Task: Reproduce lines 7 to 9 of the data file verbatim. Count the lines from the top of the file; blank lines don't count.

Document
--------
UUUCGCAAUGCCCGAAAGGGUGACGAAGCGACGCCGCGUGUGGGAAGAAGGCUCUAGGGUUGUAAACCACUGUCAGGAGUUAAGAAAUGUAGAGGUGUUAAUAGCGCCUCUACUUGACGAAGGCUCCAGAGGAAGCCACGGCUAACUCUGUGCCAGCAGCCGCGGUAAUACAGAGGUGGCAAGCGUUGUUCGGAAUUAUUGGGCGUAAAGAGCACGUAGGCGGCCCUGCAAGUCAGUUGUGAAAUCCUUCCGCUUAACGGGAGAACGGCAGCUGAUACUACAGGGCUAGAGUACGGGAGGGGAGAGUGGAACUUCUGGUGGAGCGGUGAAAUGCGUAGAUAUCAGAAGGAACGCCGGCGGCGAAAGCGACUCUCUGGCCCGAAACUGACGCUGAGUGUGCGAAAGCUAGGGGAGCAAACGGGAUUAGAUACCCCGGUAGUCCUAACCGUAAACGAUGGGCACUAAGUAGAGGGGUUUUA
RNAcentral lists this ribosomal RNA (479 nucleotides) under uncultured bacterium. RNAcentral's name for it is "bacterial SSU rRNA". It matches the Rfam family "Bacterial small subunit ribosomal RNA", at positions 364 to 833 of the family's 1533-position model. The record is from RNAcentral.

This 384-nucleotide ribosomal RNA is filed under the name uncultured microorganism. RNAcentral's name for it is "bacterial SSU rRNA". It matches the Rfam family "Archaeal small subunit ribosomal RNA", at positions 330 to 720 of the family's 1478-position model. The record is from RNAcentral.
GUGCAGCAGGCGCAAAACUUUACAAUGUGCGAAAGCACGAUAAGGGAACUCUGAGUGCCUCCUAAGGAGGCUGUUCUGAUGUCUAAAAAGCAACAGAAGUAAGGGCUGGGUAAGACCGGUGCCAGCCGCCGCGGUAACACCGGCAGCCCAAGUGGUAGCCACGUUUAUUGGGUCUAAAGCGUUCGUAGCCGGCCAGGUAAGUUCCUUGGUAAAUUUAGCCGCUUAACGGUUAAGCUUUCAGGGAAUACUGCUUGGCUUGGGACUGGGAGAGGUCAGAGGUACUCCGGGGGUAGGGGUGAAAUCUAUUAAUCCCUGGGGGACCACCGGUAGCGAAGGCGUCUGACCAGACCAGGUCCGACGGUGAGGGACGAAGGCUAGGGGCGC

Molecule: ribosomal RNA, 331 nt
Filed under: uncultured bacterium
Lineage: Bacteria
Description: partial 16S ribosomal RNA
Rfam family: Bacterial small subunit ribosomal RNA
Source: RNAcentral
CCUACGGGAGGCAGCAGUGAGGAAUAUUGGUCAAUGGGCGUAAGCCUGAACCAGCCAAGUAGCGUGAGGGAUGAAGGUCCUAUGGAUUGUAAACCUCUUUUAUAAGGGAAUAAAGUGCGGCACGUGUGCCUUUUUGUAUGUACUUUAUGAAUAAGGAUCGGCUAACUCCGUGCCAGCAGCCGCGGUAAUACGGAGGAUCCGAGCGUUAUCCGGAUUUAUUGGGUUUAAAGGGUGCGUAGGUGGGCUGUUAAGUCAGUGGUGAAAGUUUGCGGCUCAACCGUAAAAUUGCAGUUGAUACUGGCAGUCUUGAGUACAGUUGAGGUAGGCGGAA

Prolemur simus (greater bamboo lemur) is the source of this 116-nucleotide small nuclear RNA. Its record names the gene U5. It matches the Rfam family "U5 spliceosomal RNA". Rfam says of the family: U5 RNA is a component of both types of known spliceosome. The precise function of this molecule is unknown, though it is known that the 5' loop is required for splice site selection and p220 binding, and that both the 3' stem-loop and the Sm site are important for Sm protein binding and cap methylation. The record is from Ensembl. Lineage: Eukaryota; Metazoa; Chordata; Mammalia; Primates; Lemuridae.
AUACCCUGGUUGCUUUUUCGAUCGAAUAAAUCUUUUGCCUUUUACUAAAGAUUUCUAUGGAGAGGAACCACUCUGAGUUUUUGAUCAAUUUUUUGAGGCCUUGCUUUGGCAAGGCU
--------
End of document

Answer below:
Lineage: Bacteria
Description: partial 16S ribosomal RNA
Rfam family: Bacterial small subunit ribosomal RNA